Anti-vaccines Who Learn More About The Pain Of Infectious Diseases Often Change Their Beliefs

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Anti-vaccines Who Learn More About The Pain Of Infectious Diseases Often Change Their Beliefs
Anti-vaccines Who Learn More About The Pain Of Infectious Diseases Often Change Their Beliefs

Video: Anti-vaccines Who Learn More About The Pain Of Infectious Diseases Often Change Their Beliefs

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Video: Opinion | Trump is fueling a covid-19 anti-vaccine movement, but the problem is far bigger 2023, February
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Anti-vaccines who learn more about the pain of infectious diseases often change their beliefs

Most of the anti-vaccine students who interviewed people with vaccine-preventable illnesses changed their stance to provocative. Overall, 75% of anti-vaccine students changed their minds about vaccination, with 50% fully moving into the pro-vaccine camp.

Anti-vaccines who learn more about the pain of infectious diseases often change their beliefs
Anti-vaccines who learn more about the pain of infectious diseases often change their beliefs

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Many people around the world have never seen iron lungs, smallpox scars or measles-induced blindness. Without these physical reminders, some find it difficult to weigh the risks and benefits of vaccination, according to American researchers from Brigham Young University.

An emotional reminder of a threat resonates much more often than dry numbers in tables and graphs. Meeting someone who has had a vaccine-preventable illness leads to a rethinking, a study published in Vaccines found.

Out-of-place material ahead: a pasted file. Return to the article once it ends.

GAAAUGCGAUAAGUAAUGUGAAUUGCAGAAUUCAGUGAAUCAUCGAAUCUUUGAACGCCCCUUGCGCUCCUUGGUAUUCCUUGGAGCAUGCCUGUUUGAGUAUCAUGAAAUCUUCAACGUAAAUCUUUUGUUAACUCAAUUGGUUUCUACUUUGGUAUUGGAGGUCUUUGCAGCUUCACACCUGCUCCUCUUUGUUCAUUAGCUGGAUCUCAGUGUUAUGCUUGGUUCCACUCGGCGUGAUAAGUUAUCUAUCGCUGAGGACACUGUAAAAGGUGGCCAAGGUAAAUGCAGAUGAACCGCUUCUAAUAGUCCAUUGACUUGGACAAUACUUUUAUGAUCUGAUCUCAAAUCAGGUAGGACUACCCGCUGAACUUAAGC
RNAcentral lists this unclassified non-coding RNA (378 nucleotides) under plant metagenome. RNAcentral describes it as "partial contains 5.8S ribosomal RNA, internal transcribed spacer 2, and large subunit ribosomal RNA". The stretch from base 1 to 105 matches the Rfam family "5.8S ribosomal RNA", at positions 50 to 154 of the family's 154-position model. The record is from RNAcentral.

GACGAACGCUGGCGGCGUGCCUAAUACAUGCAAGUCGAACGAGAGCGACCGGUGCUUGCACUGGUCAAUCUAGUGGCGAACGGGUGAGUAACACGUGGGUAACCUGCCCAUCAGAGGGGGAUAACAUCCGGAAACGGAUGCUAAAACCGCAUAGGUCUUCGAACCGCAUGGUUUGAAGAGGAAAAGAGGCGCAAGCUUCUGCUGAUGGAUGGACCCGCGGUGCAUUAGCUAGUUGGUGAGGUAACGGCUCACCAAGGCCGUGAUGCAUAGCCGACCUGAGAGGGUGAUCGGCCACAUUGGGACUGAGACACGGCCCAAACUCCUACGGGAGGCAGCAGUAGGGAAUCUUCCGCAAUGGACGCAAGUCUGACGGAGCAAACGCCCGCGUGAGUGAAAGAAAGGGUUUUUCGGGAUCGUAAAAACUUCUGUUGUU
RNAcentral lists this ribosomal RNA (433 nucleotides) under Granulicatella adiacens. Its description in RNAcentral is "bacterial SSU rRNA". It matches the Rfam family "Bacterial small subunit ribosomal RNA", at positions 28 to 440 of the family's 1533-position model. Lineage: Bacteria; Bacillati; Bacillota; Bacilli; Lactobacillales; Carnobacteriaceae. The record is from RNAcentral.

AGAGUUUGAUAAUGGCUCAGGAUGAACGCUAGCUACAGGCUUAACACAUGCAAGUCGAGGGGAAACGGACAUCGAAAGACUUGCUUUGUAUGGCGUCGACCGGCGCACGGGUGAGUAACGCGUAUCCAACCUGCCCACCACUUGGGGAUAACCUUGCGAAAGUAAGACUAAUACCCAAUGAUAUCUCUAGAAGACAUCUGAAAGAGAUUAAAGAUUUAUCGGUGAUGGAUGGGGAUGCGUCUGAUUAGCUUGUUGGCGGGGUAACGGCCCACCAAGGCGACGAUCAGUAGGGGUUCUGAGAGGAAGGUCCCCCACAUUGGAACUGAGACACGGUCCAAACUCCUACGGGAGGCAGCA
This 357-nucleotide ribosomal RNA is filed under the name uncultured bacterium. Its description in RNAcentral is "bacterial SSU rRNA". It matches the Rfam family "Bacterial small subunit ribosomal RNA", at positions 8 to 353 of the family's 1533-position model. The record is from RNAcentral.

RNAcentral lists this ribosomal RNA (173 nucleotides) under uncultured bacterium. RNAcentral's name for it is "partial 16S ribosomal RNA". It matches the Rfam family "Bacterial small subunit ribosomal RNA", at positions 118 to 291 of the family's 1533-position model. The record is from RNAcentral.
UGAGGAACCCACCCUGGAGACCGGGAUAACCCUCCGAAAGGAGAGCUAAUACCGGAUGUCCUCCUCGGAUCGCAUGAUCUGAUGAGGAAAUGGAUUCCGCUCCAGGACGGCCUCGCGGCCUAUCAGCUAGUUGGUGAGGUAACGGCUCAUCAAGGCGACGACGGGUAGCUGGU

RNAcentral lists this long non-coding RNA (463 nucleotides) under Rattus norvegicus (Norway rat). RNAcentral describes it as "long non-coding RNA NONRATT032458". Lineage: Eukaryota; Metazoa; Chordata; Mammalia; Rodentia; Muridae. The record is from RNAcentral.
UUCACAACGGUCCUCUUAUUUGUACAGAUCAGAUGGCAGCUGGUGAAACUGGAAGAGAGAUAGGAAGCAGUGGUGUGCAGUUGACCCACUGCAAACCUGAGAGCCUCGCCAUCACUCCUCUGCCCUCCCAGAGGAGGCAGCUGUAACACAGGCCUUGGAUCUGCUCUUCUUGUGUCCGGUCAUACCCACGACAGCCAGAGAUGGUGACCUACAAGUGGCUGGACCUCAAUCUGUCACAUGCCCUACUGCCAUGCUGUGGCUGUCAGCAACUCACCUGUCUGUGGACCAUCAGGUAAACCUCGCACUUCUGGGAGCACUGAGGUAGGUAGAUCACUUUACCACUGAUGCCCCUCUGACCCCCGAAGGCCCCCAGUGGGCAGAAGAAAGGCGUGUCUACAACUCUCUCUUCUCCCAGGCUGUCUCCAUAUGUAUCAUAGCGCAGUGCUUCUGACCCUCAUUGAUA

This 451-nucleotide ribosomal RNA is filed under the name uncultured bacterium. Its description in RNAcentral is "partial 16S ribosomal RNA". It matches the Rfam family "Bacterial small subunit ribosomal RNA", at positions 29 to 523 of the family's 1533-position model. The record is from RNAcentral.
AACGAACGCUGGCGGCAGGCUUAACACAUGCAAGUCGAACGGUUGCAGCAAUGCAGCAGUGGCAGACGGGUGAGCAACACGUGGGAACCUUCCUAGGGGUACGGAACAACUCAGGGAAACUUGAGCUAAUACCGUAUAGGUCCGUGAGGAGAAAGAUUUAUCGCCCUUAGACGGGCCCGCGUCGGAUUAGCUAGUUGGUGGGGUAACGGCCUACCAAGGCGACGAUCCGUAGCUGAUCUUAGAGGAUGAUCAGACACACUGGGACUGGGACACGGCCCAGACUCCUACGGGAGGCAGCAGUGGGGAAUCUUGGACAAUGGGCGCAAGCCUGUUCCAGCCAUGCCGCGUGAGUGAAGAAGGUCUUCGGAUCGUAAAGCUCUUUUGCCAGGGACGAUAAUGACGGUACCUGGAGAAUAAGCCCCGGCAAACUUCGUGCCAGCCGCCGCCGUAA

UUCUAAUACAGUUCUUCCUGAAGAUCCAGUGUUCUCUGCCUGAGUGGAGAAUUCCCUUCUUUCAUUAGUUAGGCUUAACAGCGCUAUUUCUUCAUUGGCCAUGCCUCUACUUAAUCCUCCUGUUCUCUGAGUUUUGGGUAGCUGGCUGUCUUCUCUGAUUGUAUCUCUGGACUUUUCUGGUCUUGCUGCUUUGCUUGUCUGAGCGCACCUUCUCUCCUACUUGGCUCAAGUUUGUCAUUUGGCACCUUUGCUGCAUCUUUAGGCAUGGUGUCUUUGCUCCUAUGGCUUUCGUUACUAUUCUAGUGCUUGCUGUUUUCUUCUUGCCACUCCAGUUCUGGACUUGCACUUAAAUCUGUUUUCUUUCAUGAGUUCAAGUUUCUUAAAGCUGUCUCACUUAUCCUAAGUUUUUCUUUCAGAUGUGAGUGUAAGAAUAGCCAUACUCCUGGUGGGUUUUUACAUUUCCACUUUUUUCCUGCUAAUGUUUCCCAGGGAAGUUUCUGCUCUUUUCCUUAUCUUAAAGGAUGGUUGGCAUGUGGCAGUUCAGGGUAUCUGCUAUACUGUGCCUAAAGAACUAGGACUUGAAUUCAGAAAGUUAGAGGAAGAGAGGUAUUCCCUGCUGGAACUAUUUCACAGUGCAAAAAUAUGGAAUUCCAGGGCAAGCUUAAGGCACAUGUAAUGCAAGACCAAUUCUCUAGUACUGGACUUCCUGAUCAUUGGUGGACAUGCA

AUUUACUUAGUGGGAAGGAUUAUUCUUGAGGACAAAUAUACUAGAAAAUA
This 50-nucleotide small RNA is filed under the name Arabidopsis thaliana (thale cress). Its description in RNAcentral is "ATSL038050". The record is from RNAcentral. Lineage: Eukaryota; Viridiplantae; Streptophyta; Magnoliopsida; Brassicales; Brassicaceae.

“Vaccines are victims of their own success. They are so effective that most people have no experience with vaccine-preventable diseases. We need to re-educate people about the dangers of these diseases,”said lead author Brian Poole, associate professor in the Department of Microbiology and Molecular Biology.

The study participants were college students in Provo, a town in a part of Utah with one of the lowest vaccination coverage in the country. According to a preliminary survey, out of 574 students, 491 were in favor of vaccinations and 83 were against.

The pooled sample was randomly divided into two groups. Each of the members of the first group interviewed a person with a vaccine-preventable disease (for example, polio), and the second (control) group interviewed a person with an autoimmune disease. In addition, some of the students attended courses that included an intensive curriculum on immunity and vaccination.

Both groups asked the same 9 questions to find out details about the type of disease, its impact on life, family and finances. The answers received had a significant impact on many students.

For example, a student interviewing a woman with shingles, an intractable consequence of chickenpox, recalled: “The pain was so severe that she ended up in a pain management clinic where she was injected with steroids into her spine. Pain remedies, however serious, did not relieve her pain. For several months she could not leave the house."

Another student who interviewed an elderly woman suffering from tuberculosis shared, "I don't like the idea of ​​physical suffering, so the rumor that someone was getting sick made the thought of getting sick if I didn't get the vaccine more real." …

The researchers found that nearly 70% of the students interviewing people with vaccine-preventable disease changed their stance to provocative (even those who did not attend vaccination intensives). Overall, 75% of anti-vaccine students changed their minds about vaccination, with 50% fully moving into the pro-vaccine camp.

After the vaccination intensive, all former anti-vaccination students have significantly improved their attitude towards vaccines, with most of them supporting the need for vaccinations.

“If your goal is to influence people's decisions about vaccines, this process works much better than trying to combat anti-vaccine information,” Poole said.

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